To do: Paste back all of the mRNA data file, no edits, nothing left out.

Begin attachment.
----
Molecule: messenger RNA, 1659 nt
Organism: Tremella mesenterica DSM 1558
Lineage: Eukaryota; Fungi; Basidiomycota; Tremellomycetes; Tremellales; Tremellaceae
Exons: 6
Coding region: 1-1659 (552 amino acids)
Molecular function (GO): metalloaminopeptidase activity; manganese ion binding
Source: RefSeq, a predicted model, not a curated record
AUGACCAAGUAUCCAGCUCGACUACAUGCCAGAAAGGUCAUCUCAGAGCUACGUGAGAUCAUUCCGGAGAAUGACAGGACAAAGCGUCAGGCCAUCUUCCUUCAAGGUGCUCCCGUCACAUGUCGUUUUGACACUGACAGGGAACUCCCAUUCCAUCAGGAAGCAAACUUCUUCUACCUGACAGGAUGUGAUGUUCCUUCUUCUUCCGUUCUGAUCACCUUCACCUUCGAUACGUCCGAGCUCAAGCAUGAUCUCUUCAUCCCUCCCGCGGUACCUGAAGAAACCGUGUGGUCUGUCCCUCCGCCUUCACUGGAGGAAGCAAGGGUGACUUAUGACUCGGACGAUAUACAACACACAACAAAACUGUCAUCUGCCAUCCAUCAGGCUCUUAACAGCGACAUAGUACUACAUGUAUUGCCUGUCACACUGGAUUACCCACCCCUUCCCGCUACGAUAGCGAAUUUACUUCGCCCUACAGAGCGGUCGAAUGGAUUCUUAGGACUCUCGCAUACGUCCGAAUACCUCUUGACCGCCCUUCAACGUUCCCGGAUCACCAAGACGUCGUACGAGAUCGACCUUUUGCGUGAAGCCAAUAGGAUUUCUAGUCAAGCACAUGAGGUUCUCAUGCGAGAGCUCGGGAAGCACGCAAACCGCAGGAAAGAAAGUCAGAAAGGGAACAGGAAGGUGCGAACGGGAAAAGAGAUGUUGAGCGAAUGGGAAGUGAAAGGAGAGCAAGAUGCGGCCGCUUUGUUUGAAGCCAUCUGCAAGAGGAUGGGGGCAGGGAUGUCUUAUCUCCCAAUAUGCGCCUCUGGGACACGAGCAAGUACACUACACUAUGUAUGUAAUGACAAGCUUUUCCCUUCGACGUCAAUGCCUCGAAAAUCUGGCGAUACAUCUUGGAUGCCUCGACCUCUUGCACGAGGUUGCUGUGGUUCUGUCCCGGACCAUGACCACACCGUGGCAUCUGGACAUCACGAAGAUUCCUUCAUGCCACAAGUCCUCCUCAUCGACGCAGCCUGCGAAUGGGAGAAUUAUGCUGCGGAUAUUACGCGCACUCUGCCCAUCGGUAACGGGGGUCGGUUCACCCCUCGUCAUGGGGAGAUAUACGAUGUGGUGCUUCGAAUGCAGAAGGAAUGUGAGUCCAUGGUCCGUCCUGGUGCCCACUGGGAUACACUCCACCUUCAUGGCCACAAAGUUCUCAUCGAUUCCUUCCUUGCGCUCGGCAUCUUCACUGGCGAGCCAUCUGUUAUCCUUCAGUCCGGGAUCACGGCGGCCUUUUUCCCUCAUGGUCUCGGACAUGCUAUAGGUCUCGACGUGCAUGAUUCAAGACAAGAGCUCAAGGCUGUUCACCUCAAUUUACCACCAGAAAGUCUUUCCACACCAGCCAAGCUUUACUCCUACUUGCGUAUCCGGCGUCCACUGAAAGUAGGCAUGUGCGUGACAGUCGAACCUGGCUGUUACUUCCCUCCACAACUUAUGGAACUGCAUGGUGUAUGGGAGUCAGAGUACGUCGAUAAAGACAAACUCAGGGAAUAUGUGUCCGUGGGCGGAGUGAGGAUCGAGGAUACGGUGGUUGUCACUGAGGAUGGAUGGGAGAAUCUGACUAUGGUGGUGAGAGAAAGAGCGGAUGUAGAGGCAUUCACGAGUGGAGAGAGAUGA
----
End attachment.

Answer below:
Molecule: messenger RNA, 1659 nt
Organism: Tremella mesenterica DSM 1558
Lineage: Eukaryota; Fungi; Basidiomycota; Tremellomycetes; Tremellales; Tremellaceae
Exons: 6
Coding region: 1-1659 (552 amino acids)
Molecular function (GO): metalloaminopeptidase activity; manganese ion binding
Source: RefSeq, a predicted model, not a curated record
AUGACCAAGUAUCCAGCUCGACUACAUGCCAGAAAGGUCAUCUCAGAGCUACGUGAGAUCAUUCCGGAGAAUGACAGGACAAAGCGUCAGGCCAUCUUCCUUCAAGGUGCUCCCGUCACAUGUCGUUUUGACACUGACAGGGAACUCCCAUUCCAUCAGGAAGCAAACUUCUUCUACCUGACAGGAUGUGAUGUUCCUUCUUCUUCCGUUCUGAUCACCUUCACCUUCGAUACGUCCGAGCUCAAGCAUGAUCUCUUCAUCCCUCCCGCGGUACCUGAAGAAACCGUGUGGUCUGUCCCUCCGCCUUCACUGGAGGAAGCAAGGGUGACUUAUGACUCGGACGAUAUACAACACACAACAAAACUGUCAUCUGCCAUCCAUCAGGCUCUUAACAGCGACAUAGUACUACAUGUAUUGCCUGUCACACUGGAUUACCCACCCCUUCCCGCUACGAUAGCGAAUUUACUUCGCCCUACAGAGCGGUCGAAUGGAUUCUUAGGACUCUCGCAUACGUCCGAAUACCUCUUGACCGCCCUUCAACGUUCCCGGAUCACCAAGACGUCGUACGAGAUCGACCUUUUGCGUGAAGCCAAUAGGAUUUCUAGUCAAGCACAUGAGGUUCUCAUGCGAGAGCUCGGGAAGCACGCAAACCGCAGGAAAGAAAGUCAGAAAGGGAACAGGAAGGUGCGAACGGGAAAAGAGAUGUUGAGCGAAUGGGAAGUGAAAGGAGAGCAAGAUGCGGCCGCUUUGUUUGAAGCCAUCUGCAAGAGGAUGGGGGCAGGGAUGUCUUAUCUCCCAAUAUGCGCCUCUGGGACACGAGCAAGUACACUACACUAUGUAUGUAAUGACAAGCUUUUCCCUUCGACGUCAAUGCCUCGAAAAUCUGGCGAUACAUCUUGGAUGCCUCGACCUCUUGCACGAGGUUGCUGUGGUUCUGUCCCGGACCAUGACCACACCGUGGCAUCUGGACAUCACGAAGAUUCCUUCAUGCCACAAGUCCUCCUCAUCGACGCAGCCUGCGAAUGGGAGAAUUAUGCUGCGGAUAUUACGCGCACUCUGCCCAUCGGUAACGGGGGUCGGUUCACCCCUCGUCAUGGGGAGAUAUACGAUGUGGUGCUUCGAAUGCAGAAGGAAUGUGAGUCCAUGGUCCGUCCUGGUGCCCACUGGGAUACACUCCACCUUCAUGGCCACAAAGUUCUCAUCGAUUCCUUCCUUGCGCUCGGCAUCUUCACUGGCGAGCCAUCUGUUAUCCUUCAGUCCGGGAUCACGGCGGCCUUUUUCCCUCAUGGUCUCGGACAUGCUAUAGGUCUCGACGUGCAUGAUUCAAGACAAGAGCUCAAGGCUGUUCACCUCAAUUUACCACCAGAAAGUCUUUCCACACCAGCCAAGCUUUACUCCUACUUGCGUAUCCGGCGUCCACUGAAAGUAGGCAUGUGCGUGACAGUCGAACCUGGCUGUUACUUCCCUCCACAACUUAUGGAACUGCAUGGUGUAUGGGAGUCAGAGUACGUCGAUAAAGACAAACUCAGGGAAUAUGUGUCCGUGGGCGGAGUGAGGAUCGAGGAUACGGUGGUUGUCACUGAGGAUGGAUGGGAGAAUCUGACUAUGGUGGUGAGAGAAAGAGCGGAUGUAGAGGCAUUCACGAGUGGAGAGAGAUGA